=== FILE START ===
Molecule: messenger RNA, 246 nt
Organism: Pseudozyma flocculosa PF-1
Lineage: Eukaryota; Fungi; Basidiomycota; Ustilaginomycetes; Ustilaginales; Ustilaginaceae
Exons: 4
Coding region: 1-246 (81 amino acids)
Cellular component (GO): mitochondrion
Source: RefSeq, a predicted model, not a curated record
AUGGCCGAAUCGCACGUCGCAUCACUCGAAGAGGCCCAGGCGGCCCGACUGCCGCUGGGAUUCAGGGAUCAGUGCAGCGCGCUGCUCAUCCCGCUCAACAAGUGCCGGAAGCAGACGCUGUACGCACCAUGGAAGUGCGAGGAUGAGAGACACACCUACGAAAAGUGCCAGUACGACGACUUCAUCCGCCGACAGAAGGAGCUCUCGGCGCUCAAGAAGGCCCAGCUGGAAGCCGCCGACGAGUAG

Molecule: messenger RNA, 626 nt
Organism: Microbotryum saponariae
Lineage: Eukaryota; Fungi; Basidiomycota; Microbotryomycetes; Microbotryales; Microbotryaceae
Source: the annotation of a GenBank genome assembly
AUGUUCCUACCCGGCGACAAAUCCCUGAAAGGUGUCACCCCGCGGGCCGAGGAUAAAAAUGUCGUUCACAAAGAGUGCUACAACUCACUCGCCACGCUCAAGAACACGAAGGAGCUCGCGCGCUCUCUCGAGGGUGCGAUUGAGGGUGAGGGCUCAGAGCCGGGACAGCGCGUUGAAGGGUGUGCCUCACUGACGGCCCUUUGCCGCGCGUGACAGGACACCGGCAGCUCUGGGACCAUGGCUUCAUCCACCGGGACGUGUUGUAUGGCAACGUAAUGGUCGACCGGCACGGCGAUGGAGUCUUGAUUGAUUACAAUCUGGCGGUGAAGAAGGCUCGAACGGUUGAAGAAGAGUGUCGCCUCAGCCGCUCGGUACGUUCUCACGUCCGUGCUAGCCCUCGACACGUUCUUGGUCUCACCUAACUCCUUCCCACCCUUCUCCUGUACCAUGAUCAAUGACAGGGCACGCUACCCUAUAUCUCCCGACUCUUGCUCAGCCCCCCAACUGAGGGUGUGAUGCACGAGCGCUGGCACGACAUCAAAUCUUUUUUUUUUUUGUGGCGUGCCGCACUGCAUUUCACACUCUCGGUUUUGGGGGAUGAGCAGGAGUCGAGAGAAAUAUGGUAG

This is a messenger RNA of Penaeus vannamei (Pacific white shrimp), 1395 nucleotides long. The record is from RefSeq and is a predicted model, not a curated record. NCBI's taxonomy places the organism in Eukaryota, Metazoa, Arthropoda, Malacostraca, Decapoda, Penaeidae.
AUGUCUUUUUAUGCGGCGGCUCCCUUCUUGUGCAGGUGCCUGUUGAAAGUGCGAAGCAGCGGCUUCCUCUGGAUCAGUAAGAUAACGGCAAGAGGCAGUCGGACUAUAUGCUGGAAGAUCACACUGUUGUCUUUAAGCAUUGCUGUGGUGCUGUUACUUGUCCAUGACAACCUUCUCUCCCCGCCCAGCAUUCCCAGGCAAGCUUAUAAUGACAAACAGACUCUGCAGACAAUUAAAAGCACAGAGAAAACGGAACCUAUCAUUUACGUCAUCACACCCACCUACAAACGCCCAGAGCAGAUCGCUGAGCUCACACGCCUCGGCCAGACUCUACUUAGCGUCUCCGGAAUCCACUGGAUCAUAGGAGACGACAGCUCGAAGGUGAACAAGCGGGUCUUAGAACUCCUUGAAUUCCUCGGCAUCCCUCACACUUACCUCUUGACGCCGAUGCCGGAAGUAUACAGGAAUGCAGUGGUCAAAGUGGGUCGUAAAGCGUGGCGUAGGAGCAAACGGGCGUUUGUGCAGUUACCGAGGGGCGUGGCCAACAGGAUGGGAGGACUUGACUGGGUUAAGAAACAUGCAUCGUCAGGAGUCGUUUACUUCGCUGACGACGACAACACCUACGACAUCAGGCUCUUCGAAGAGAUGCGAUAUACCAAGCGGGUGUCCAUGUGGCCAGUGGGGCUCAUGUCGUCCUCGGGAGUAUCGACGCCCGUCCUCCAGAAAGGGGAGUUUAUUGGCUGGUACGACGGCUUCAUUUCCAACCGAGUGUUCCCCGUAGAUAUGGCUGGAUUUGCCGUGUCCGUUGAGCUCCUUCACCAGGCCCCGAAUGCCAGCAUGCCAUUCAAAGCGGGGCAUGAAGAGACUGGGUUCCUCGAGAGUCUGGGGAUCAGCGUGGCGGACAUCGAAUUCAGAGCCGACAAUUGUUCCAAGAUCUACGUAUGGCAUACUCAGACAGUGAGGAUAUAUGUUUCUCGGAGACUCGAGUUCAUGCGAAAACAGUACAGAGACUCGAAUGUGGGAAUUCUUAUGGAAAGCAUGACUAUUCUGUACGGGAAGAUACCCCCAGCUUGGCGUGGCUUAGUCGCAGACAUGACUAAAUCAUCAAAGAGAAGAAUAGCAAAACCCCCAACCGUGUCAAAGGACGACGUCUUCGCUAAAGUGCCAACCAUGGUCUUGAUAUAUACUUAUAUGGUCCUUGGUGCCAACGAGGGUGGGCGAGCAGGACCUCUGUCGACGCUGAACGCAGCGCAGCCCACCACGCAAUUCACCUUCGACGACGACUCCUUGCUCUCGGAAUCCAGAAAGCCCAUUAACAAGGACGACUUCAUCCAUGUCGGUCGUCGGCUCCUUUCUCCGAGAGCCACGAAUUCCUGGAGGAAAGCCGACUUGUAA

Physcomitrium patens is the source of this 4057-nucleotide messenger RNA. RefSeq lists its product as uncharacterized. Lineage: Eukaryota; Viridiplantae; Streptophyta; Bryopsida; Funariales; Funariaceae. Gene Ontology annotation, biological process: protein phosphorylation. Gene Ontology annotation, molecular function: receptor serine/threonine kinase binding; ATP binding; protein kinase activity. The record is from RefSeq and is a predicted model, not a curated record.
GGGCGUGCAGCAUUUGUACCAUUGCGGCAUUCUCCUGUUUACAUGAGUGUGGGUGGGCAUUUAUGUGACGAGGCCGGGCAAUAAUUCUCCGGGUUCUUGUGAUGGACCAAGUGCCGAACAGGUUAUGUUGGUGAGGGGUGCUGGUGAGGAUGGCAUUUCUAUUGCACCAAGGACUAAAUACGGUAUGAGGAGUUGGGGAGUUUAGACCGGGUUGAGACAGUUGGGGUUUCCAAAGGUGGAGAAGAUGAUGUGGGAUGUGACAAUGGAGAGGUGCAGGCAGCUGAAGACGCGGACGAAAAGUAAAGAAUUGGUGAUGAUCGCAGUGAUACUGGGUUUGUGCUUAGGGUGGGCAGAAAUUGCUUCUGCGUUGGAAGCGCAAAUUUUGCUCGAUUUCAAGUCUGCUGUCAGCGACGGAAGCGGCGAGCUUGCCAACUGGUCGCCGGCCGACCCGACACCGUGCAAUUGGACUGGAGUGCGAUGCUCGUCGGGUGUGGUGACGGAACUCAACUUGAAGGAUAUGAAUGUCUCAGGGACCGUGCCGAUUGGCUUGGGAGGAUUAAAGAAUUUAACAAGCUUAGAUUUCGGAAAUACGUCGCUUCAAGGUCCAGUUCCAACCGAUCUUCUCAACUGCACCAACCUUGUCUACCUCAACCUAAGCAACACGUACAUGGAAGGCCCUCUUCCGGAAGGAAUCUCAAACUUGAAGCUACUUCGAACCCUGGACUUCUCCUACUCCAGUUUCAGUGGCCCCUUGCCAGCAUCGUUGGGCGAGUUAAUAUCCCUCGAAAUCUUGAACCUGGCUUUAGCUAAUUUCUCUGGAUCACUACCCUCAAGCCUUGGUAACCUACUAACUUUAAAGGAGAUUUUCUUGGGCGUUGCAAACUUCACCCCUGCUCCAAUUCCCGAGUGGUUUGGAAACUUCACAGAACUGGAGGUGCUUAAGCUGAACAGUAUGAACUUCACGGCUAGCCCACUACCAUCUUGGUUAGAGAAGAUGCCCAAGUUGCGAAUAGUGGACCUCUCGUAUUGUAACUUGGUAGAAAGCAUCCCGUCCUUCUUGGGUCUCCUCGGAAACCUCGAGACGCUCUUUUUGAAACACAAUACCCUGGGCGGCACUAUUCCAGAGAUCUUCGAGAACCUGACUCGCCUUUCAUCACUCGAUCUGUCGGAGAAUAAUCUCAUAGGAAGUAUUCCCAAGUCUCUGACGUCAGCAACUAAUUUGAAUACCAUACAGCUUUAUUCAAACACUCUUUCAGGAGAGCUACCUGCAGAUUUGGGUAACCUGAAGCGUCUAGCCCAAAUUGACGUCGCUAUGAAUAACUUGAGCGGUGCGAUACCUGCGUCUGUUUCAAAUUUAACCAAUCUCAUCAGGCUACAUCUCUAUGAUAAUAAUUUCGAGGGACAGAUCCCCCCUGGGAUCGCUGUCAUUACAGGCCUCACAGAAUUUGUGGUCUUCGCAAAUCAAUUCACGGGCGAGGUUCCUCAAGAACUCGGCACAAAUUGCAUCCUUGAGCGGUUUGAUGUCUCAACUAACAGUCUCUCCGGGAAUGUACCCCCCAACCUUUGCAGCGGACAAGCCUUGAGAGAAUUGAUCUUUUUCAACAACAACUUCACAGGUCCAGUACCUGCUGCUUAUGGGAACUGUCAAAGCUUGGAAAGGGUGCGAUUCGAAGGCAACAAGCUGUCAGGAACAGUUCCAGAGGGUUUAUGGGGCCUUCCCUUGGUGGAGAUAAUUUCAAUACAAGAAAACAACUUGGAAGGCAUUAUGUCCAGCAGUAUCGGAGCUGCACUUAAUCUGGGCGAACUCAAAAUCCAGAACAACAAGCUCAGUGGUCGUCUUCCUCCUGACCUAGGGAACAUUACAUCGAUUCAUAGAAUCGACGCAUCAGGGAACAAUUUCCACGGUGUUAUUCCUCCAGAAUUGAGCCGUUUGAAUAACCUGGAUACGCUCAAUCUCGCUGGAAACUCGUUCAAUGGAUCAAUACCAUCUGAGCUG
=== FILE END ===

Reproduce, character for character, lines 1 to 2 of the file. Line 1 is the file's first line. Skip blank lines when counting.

Molecule: messenger RNA, 246 nt
Organism: Pseudozyma flocculosa PF-1